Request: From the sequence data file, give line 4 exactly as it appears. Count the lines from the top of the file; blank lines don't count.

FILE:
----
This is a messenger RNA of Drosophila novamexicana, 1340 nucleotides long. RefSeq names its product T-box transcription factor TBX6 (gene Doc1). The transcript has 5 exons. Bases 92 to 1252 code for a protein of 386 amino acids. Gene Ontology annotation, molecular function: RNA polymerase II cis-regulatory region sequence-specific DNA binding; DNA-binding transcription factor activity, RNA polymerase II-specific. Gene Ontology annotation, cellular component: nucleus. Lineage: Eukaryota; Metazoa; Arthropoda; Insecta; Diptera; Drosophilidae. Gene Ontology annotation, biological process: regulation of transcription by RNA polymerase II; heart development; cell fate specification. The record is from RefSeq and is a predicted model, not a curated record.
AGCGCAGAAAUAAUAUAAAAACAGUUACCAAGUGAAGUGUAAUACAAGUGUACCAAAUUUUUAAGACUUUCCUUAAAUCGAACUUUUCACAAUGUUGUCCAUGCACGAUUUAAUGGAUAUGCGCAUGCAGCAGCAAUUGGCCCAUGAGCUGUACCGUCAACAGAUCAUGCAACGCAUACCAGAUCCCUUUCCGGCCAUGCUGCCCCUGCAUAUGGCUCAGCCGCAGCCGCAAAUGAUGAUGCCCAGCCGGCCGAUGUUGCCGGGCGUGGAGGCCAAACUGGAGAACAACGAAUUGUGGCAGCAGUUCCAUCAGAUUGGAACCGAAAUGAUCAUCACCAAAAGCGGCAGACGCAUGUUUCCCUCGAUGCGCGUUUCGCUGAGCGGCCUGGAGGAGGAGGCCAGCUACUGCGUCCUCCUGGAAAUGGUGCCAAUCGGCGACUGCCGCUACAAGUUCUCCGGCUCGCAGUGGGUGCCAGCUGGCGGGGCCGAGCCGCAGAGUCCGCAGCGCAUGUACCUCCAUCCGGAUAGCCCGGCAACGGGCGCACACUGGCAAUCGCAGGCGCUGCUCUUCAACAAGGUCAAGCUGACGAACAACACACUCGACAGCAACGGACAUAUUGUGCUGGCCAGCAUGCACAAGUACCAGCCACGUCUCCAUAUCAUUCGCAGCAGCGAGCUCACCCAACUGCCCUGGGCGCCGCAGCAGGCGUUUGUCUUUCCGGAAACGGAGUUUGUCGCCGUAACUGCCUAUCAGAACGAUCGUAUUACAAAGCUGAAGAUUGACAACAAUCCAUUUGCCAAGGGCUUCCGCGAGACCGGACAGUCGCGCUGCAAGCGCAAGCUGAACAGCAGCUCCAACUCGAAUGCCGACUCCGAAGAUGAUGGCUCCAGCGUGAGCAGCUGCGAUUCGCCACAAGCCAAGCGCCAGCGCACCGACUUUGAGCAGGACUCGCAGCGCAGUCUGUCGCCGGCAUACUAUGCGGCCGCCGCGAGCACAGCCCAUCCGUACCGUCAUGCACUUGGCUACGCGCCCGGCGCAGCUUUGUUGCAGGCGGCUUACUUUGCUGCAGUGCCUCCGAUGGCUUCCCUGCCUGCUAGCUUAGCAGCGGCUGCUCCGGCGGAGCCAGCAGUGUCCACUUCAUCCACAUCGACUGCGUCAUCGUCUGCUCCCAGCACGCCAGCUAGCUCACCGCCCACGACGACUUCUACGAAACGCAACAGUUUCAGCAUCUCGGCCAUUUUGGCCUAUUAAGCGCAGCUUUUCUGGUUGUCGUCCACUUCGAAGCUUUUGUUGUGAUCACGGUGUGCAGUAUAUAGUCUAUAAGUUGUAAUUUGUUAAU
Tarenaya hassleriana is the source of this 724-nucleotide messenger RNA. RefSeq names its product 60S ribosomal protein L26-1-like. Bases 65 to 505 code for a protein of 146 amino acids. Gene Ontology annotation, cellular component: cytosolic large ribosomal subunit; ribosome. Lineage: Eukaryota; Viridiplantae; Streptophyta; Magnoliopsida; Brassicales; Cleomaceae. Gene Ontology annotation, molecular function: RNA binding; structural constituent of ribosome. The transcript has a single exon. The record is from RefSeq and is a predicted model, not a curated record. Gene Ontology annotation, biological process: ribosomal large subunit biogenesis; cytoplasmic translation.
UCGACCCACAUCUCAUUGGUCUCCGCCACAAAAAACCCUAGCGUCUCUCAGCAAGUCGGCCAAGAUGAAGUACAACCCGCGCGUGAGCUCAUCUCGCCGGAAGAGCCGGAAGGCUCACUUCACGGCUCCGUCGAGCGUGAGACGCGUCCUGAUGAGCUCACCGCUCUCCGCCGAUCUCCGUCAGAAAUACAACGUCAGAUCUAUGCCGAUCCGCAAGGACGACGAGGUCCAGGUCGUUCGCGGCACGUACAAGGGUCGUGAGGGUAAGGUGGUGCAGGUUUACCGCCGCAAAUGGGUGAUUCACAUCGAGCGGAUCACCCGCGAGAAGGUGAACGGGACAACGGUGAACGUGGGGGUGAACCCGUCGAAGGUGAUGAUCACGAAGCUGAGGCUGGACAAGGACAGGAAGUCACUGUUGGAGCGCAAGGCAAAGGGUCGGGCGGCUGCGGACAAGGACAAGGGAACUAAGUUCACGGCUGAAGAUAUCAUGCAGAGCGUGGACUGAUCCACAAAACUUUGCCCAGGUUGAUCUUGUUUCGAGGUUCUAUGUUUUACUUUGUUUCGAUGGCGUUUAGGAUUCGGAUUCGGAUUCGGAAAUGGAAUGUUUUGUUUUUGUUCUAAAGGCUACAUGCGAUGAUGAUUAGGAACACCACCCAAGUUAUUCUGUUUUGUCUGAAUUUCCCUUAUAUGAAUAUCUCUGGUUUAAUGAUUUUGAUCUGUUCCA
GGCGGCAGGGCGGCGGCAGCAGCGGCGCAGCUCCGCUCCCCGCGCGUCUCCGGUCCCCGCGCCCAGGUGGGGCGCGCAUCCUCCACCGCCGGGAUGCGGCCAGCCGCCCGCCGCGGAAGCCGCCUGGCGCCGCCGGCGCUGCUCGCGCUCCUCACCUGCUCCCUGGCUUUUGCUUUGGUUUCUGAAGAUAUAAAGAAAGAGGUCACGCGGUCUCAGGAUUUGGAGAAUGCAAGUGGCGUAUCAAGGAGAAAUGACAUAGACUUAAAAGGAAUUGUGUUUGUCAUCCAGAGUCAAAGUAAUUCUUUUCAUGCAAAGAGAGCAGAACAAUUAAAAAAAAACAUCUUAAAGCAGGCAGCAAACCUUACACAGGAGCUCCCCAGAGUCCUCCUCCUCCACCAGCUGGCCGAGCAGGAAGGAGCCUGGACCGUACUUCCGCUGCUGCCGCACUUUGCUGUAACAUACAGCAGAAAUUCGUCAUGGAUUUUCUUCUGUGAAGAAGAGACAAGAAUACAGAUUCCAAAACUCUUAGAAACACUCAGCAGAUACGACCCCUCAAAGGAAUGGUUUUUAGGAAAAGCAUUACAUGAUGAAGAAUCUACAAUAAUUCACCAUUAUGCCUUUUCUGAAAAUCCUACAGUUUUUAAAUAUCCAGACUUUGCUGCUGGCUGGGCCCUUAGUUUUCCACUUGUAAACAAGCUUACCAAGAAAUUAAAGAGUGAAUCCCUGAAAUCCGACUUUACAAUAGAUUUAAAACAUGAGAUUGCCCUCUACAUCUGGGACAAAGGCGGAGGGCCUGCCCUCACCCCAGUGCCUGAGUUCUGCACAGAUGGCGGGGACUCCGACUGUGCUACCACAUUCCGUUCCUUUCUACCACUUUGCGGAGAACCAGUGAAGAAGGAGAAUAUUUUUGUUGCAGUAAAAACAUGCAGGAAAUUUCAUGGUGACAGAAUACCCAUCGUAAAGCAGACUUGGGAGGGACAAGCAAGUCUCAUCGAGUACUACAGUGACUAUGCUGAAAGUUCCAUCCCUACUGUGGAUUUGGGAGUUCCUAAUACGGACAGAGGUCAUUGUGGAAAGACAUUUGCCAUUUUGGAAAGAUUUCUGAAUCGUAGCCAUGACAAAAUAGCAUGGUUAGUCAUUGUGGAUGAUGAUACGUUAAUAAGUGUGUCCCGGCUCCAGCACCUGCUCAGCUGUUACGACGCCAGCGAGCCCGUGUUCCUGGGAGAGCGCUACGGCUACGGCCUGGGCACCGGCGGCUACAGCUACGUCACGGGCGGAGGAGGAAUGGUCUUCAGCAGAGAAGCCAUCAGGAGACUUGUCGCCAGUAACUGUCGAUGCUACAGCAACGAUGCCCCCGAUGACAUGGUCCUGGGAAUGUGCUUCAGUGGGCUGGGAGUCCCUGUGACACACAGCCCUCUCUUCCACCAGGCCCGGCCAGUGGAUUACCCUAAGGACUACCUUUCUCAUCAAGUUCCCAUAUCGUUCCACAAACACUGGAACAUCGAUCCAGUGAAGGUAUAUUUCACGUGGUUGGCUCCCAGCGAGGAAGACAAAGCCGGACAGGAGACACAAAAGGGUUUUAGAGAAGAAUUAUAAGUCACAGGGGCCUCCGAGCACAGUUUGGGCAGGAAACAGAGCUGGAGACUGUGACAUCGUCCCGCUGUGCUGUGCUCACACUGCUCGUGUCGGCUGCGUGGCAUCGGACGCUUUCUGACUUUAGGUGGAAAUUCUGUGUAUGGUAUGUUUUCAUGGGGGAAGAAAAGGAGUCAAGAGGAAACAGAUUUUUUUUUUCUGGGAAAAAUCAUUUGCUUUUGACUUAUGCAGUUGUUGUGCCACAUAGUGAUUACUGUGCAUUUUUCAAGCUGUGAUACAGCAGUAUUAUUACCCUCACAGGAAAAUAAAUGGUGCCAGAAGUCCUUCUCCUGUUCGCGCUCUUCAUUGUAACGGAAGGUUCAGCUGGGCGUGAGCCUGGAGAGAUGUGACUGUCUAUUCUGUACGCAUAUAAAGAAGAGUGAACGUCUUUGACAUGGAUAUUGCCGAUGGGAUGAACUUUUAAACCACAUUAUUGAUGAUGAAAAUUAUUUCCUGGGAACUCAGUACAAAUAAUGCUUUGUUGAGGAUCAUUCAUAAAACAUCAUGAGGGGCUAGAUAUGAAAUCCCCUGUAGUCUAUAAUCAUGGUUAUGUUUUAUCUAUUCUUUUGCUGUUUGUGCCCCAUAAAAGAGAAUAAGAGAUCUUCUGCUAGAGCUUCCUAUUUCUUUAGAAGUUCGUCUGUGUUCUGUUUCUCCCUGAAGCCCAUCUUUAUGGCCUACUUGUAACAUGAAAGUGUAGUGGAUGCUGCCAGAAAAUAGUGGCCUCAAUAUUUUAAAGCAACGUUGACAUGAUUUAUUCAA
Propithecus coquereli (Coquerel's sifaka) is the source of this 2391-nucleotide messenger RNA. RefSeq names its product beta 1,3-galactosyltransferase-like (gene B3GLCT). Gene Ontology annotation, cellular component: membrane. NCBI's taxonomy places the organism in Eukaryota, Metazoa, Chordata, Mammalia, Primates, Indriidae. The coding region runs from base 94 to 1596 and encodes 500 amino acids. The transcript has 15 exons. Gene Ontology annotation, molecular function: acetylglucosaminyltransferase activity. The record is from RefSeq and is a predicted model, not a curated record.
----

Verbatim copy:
UCGACCCACAUCUCAUUGGUCUCCGCCACAAAAAACCCUAGCGUCUCUCAGCAAGUCGGCCAAGAUGAAGUACAACCCGCGCGUGAGCUCAUCUCGCCGGAAGAGCCGGAAGGCUCACUUCACGGCUCCGUCGAGCGUGAGACGCGUCCUGAUGAGCUCACCGCUCUCCGCCGAUCUCCGUCAGAAAUACAACGUCAGAUCUAUGCCGAUCCGCAAGGACGACGAGGUCCAGGUCGUUCGCGGCACGUACAAGGGUCGUGAGGGUAAGGUGGUGCAGGUUUACCGCCGCAAAUGGGUGAUUCACAUCGAGCGGAUCACCCGCGAGAAGGUGAACGGGACAACGGUGAACGUGGGGGUGAACCCGUCGAAGGUGAUGAUCACGAAGCUGAGGCUGGACAAGGACAGGAAGUCACUGUUGGAGCGCAAGGCAAAGGGUCGGGCGGCUGCGGACAAGGACAAGGGAACUAAGUUCACGGCUGAAGAUAUCAUGCAGAGCGUGGACUGAUCCACAAAACUUUGCCCAGGUUGAUCUUGUUUCGAGGUUCUAUGUUUUACUUUGUUUCGAUGGCGUUUAGGAUUCGGAUUCGGAUUCGGAAAUGGAAUGUUUUGUUUUUGUUCUAAAGGCUACAUGCGAUGAUGAUUAGGAACACCACCCAAGUUAUUCUGUUUUGUCUGAAUUUCCCUUAUAUGAAUAUCUCUGGUUUAAUGAUUUUGAUCUGUUCCA